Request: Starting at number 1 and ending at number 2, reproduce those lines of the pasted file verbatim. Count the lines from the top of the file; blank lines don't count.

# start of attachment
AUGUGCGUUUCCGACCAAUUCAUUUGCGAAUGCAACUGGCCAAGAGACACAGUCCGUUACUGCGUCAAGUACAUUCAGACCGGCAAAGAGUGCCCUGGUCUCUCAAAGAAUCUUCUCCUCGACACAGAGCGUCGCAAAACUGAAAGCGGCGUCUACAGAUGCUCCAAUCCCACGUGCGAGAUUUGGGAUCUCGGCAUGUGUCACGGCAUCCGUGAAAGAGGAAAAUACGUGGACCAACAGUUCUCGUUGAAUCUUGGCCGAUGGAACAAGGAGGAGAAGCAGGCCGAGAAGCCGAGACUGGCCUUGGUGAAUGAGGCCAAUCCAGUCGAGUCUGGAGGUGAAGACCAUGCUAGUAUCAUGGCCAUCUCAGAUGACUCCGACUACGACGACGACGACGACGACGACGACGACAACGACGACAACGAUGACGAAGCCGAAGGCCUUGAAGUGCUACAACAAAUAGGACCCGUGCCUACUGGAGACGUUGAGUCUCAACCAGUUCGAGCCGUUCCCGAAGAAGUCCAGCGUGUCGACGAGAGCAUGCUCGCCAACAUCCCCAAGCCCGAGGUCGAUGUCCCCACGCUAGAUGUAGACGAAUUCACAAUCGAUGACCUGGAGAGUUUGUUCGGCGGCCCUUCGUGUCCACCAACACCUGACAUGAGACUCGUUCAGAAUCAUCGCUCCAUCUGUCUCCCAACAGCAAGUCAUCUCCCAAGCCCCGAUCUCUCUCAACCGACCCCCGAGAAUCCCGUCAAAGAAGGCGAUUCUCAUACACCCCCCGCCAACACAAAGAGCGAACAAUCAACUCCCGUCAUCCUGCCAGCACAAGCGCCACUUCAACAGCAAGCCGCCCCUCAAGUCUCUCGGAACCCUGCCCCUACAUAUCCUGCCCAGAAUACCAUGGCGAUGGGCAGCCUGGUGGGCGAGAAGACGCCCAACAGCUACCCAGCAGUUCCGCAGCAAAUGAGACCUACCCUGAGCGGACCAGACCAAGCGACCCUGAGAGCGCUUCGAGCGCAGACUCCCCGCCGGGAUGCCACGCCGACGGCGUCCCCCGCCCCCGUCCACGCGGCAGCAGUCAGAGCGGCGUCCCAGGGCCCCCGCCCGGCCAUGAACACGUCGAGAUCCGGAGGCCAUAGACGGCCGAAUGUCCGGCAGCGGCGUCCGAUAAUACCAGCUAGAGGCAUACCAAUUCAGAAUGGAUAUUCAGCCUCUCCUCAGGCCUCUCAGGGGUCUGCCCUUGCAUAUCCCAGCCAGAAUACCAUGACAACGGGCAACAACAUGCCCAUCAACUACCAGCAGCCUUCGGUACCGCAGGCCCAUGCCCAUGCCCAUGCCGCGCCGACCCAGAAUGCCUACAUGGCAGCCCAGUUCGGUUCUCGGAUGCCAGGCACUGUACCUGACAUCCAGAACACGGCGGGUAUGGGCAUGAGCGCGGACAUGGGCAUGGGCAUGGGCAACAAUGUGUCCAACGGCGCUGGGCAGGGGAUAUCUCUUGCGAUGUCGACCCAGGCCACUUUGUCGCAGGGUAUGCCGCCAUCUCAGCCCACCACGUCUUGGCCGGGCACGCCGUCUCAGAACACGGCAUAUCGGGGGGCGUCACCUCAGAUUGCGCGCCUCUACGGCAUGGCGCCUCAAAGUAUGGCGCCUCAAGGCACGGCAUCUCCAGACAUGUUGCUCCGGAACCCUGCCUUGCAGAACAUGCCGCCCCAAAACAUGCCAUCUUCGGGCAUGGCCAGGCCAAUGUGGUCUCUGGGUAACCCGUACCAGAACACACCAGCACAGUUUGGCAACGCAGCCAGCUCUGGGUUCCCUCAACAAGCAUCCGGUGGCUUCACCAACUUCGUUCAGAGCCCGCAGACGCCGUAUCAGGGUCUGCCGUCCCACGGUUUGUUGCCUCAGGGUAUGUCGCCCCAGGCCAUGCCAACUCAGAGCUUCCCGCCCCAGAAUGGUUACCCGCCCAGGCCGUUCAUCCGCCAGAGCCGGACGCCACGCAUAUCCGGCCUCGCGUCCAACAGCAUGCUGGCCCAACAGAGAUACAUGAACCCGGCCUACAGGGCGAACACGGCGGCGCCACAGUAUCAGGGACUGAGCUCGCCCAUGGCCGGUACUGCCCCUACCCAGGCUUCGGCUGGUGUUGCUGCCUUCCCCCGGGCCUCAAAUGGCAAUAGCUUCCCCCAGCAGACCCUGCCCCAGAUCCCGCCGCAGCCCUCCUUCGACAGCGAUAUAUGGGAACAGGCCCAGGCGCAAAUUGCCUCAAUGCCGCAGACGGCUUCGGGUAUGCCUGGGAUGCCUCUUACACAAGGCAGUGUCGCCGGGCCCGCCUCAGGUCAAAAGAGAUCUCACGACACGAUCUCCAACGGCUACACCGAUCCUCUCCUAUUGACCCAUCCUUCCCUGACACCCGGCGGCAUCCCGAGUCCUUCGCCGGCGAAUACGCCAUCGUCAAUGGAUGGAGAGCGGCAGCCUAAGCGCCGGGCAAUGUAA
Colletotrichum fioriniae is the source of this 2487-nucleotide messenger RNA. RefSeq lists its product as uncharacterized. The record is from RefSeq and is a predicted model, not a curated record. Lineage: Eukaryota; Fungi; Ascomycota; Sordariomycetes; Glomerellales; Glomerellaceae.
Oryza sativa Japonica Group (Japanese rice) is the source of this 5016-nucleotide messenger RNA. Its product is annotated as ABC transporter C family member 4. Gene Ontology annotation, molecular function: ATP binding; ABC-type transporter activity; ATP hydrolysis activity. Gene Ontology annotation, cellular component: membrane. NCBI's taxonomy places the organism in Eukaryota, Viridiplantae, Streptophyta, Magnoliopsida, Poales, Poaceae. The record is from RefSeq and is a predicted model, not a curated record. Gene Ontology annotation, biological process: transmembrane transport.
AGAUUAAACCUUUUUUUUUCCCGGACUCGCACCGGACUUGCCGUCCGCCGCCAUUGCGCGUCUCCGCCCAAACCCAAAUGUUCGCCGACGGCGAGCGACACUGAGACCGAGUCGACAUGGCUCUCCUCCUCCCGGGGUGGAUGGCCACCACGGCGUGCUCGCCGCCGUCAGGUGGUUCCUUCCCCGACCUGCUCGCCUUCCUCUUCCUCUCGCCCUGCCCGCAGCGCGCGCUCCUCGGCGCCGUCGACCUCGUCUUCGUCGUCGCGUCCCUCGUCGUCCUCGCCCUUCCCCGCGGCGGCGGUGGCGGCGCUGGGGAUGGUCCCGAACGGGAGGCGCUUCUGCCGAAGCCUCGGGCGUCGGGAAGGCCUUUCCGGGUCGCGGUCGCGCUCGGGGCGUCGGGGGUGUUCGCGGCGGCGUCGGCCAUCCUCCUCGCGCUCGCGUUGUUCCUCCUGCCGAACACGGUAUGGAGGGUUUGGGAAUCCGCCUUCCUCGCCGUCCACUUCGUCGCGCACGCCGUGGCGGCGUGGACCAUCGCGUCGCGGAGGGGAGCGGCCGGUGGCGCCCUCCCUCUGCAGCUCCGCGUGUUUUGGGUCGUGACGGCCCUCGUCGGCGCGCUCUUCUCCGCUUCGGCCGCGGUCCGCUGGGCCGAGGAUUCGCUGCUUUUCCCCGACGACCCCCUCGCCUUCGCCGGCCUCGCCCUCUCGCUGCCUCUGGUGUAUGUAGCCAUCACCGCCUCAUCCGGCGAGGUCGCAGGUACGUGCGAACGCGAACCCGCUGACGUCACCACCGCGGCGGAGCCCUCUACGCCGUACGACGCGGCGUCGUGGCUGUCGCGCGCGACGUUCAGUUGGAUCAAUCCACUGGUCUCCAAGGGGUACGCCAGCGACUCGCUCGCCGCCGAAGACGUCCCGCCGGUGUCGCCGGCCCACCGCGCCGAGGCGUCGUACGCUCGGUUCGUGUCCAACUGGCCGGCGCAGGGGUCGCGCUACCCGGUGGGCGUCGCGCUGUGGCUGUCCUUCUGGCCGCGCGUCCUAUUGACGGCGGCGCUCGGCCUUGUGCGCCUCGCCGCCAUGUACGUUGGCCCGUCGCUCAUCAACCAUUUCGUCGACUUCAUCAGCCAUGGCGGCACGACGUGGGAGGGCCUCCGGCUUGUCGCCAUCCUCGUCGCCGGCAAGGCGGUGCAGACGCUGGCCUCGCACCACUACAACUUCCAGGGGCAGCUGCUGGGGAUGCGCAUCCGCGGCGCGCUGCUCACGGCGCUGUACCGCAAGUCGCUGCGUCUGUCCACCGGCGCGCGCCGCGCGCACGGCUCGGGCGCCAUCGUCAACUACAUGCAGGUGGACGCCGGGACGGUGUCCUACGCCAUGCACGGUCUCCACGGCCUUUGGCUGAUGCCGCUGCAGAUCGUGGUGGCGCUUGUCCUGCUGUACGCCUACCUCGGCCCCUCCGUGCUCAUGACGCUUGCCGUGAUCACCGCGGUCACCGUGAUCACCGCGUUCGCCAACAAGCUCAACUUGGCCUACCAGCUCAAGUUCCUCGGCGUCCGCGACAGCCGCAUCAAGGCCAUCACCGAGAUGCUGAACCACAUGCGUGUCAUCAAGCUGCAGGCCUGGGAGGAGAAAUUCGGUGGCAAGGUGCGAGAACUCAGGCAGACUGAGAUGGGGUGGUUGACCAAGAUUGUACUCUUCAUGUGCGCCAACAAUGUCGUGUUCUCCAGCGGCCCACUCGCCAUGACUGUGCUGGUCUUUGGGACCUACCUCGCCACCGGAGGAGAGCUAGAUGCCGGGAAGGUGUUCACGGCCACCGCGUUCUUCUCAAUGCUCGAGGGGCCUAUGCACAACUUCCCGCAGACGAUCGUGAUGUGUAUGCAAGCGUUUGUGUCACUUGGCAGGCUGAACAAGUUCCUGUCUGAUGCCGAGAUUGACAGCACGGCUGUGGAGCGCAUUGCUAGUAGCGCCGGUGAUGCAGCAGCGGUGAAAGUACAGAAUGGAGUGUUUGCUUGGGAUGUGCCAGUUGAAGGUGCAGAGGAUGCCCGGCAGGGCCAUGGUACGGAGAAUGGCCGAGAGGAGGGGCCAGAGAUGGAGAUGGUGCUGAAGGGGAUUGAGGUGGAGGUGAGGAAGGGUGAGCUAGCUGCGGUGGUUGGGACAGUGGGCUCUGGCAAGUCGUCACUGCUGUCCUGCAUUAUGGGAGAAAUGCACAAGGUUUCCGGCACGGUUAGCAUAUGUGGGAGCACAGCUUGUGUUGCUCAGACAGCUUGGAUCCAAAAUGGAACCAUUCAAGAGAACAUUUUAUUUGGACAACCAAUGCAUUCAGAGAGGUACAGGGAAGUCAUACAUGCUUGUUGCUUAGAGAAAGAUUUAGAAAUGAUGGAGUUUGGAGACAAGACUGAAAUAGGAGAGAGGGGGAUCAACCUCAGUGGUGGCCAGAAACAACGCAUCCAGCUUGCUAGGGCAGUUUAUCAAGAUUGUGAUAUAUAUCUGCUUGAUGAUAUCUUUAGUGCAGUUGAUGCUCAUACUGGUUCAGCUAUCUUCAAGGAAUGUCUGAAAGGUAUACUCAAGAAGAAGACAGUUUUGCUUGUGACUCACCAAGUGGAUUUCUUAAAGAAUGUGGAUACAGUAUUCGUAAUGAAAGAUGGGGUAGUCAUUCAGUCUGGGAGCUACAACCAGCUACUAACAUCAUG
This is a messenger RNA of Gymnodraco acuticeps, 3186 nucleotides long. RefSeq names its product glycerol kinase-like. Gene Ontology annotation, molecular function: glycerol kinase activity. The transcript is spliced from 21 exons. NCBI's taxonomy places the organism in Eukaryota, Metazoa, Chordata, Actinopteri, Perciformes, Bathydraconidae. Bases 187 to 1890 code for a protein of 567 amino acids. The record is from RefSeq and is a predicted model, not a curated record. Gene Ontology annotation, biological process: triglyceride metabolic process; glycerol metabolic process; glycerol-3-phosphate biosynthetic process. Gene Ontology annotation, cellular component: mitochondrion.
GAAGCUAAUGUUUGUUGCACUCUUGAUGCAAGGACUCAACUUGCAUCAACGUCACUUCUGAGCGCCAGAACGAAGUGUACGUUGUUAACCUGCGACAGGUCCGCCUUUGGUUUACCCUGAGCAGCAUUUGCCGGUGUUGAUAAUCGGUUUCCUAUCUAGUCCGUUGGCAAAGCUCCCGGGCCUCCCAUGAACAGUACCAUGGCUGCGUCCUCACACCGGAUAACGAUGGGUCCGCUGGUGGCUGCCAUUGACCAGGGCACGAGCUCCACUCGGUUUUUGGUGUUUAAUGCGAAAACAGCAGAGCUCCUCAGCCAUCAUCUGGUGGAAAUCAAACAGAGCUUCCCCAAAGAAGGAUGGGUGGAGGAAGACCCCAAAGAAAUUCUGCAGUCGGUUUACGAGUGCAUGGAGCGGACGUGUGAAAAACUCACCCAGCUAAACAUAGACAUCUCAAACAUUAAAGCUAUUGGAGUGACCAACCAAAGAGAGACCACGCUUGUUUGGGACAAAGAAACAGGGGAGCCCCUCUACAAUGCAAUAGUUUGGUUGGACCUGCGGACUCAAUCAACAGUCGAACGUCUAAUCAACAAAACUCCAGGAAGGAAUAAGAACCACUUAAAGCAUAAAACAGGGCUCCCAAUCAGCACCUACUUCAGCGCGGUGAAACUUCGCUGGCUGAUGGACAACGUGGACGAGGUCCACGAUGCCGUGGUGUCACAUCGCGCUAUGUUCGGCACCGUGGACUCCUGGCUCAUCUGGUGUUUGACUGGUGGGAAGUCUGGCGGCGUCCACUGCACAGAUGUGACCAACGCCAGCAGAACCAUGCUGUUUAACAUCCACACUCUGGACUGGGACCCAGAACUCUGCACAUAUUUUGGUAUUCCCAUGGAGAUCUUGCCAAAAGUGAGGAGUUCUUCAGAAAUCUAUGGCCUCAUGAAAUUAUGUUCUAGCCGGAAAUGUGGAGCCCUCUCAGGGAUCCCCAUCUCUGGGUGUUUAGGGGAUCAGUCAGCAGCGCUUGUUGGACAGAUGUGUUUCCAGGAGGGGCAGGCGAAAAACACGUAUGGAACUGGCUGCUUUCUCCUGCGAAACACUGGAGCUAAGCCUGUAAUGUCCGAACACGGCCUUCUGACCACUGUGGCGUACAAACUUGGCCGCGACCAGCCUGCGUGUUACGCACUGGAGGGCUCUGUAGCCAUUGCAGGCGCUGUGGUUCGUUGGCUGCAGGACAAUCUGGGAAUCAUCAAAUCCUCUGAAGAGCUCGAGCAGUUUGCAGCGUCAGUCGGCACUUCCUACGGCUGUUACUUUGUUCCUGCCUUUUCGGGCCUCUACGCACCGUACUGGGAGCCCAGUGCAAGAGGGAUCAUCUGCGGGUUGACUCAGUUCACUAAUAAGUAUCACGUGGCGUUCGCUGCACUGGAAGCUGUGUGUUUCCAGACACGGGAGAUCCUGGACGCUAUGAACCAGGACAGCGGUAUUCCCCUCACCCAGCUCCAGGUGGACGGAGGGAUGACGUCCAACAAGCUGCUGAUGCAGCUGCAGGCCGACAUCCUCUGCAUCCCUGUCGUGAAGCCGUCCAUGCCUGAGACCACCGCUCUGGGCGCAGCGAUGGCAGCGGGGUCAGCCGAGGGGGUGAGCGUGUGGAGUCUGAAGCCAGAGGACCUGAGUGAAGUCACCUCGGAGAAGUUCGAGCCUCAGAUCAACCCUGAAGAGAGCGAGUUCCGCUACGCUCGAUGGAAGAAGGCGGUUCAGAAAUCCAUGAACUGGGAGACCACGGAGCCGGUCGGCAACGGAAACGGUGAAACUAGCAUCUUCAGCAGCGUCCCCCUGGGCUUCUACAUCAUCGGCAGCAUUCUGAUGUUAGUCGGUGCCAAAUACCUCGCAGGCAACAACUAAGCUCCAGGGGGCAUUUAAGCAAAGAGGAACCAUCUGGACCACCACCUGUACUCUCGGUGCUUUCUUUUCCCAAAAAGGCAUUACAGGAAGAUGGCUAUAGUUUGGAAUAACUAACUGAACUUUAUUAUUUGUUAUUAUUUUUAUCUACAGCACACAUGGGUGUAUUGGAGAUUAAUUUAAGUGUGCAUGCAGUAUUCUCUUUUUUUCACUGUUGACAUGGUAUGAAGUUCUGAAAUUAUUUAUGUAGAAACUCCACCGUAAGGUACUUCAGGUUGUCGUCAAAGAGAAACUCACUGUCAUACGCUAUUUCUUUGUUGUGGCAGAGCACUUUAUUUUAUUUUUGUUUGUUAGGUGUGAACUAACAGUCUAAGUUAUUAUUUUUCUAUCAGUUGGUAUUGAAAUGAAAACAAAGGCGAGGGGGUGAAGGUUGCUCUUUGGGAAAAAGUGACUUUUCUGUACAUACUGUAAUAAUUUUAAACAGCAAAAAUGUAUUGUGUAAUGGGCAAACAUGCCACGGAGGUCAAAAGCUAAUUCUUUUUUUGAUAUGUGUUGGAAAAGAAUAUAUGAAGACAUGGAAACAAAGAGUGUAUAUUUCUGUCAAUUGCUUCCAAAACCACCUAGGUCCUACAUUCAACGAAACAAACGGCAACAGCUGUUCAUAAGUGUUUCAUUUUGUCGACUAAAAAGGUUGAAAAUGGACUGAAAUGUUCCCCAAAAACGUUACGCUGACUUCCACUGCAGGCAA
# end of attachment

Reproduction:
AUGUGCGUUUCCGACCAAUUCAUUUGCGAAUGCAACUGGCCAAGAGACACAGUCCGUUACUGCGUCAAGUACAUUCAGACCGGCAAAGAGUGCCCUGGUCUCUCAAAGAAUCUUCUCCUCGACACAGAGCGUCGCAAAACUGAAAGCGGCGUCUACAGAUGCUCCAAUCCCACGUGCGAGAUUUGGGAUCUCGGCAUGUGUCACGGCAUCCGUGAAAGAGGAAAAUACGUGGACCAACAGUUCUCGUUGAAUCUUGGCCGAUGGAACAAGGAGGAGAAGCAGGCCGAGAAGCCGAGACUGGCCUUGGUGAAUGAGGCCAAUCCAGUCGAGUCUGGAGGUGAAGACCAUGCUAGUAUCAUGGCCAUCUCAGAUGACUCCGACUACGACGACGACGACGACGACGACGACGACAACGACGACAACGAUGACGAAGCCGAAGGCCUUGAAGUGCUACAACAAAUAGGACCCGUGCCUACUGGAGACGUUGAGUCUCAACCAGUUCGAGCCGUUCCCGAAGAAGUCCAGCGUGUCGACGAGAGCAUGCUCGCCAACAUCCCCAAGCCCGAGGUCGAUGUCCCCACGCUAGAUGUAGACGAAUUCACAAUCGAUGACCUGGAGAGUUUGUUCGGCGGCCCUUCGUGUCCACCAACACCUGACAUGAGACUCGUUCAGAAUCAUCGCUCCAUCUGUCUCCCAACAGCAAGUCAUCUCCCAAGCCCCGAUCUCUCUCAACCGACCCCCGAGAAUCCCGUCAAAGAAGGCGAUUCUCAUACACCCCCCGCCAACACAAAGAGCGAACAAUCAACUCCCGUCAUCCUGCCAGCACAAGCGCCACUUCAACAGCAAGCCGCCCCUCAAGUCUCUCGGAACCCUGCCCCUACAUAUCCUGCCCAGAAUACCAUGGCGAUGGGCAGCCUGGUGGGCGAGAAGACGCCCAACAGCUACCCAGCAGUUCCGCAGCAAAUGAGACCUACCCUGAGCGGACCAGACCAAGCGACCCUGAGAGCGCUUCGAGCGCAGACUCCCCGCCGGGAUGCCACGCCGACGGCGUCCCCCGCCCCCGUCCACGCGGCAGCAGUCAGAGCGGCGUCCCAGGGCCCCCGCCCGGCCAUGAACACGUCGAGAUCCGGAGGCCAUAGACGGCCGAAUGUCCGGCAGCGGCGUCCGAUAAUACCAGCUAGAGGCAUACCAAUUCAGAAUGGAUAUUCAGCCUCUCCUCAGGCCUCUCAGGGGUCUGCCCUUGCAUAUCCCAGCCAGAAUACCAUGACAACGGGCAACAACAUGCCCAUCAACUACCAGCAGCCUUCGGUACCGCAGGCCCAUGCCCAUGCCCAUGCCGCGCCGACCCAGAAUGCCUACAUGGCAGCCCAGUUCGGUUCUCGGAUGCCAGGCACUGUACCUGACAUCCAGAACACGGCGGGUAUGGGCAUGAGCGCGGACAUGGGCAUGGGCAUGGGCAACAAUGUGUCCAACGGCGCUGGGCAGGGGAUAUCUCUUGCGAUGUCGACCCAGGCCACUUUGUCGCAGGGUAUGCCGCCAUCUCAGCCCACCACGUCUUGGCCGGGCACGCCGUCUCAGAACACGGCAUAUCGGGGGGCGUCACCUCAGAUUGCGCGCCUCUACGGCAUGGCGCCUCAAAGUAUGGCGCCUCAAGGCACGGCAUCUCCAGACAUGUUGCUCCGGAACCCUGCCUUGCAGAACAUGCCGCCCCAAAACAUGCCAUCUUCGGGCAUGGCCAGGCCAAUGUGGUCUCUGGGUAACCCGUACCAGAACACACCAGCACAGUUUGGCAACGCAGCCAGCUCUGGGUUCCCUCAACAAGCAUCCGGUGGCUUCACCAACUUCGUUCAGAGCCCGCAGACGCCGUAUCAGGGUCUGCCGUCCCACGGUUUGUUGCCUCAGGGUAUGUCGCCCCAGGCCAUGCCAACUCAGAGCUUCCCGCCCCAGAAUGGUUACCCGCCCAGGCCGUUCAUCCGCCAGAGCCGGACGCCACGCAUAUCCGGCCUCGCGUCCAACAGCAUGCUGGCCCAACAGAGAUACAUGAACCCGGCCUACAGGGCGAACACGGCGGCGCCACAGUAUCAGGGACUGAGCUCGCCCAUGGCCGGUACUGCCCCUACCCAGGCUUCGGCUGGUGUUGCUGCCUUCCCCCGGGCCUCAAAUGGCAAUAGCUUCCCCCAGCAGACCCUGCCCCAGAUCCCGCCGCAGCCCUCCUUCGACAGCGAUAUAUGGGAACAGGCCCAGGCGCAAAUUGCCUCAAUGCCGCAGACGGCUUCGGGUAUGCCUGGGAUGCCUCUUACACAAGGCAGUGUCGCCGGGCCCGCCUCAGGUCAAAAGAGAUCUCACGACACGAUCUCCAACGGCUACACCGAUCCUCUCCUAUUGACCCAUCCUUCCCUGACACCCGGCGGCAUCCCGAGUCCUUCGCCGGCGAAUACGCCAUCGUCAAUGGAUGGAGAGCGGCAGCCUAAGCGCCGGGCAAUGUAA
Colletotrichum fioriniae is the source of this 2487-nucleotide messenger RNA. RefSeq lists its product as uncharacterized. The record is from RefSeq and is a predicted model, not a curated record. Lineage: Eukaryota; Fungi; Ascomycota; Sordariomycetes; Glomerellales; Glomerellaceae.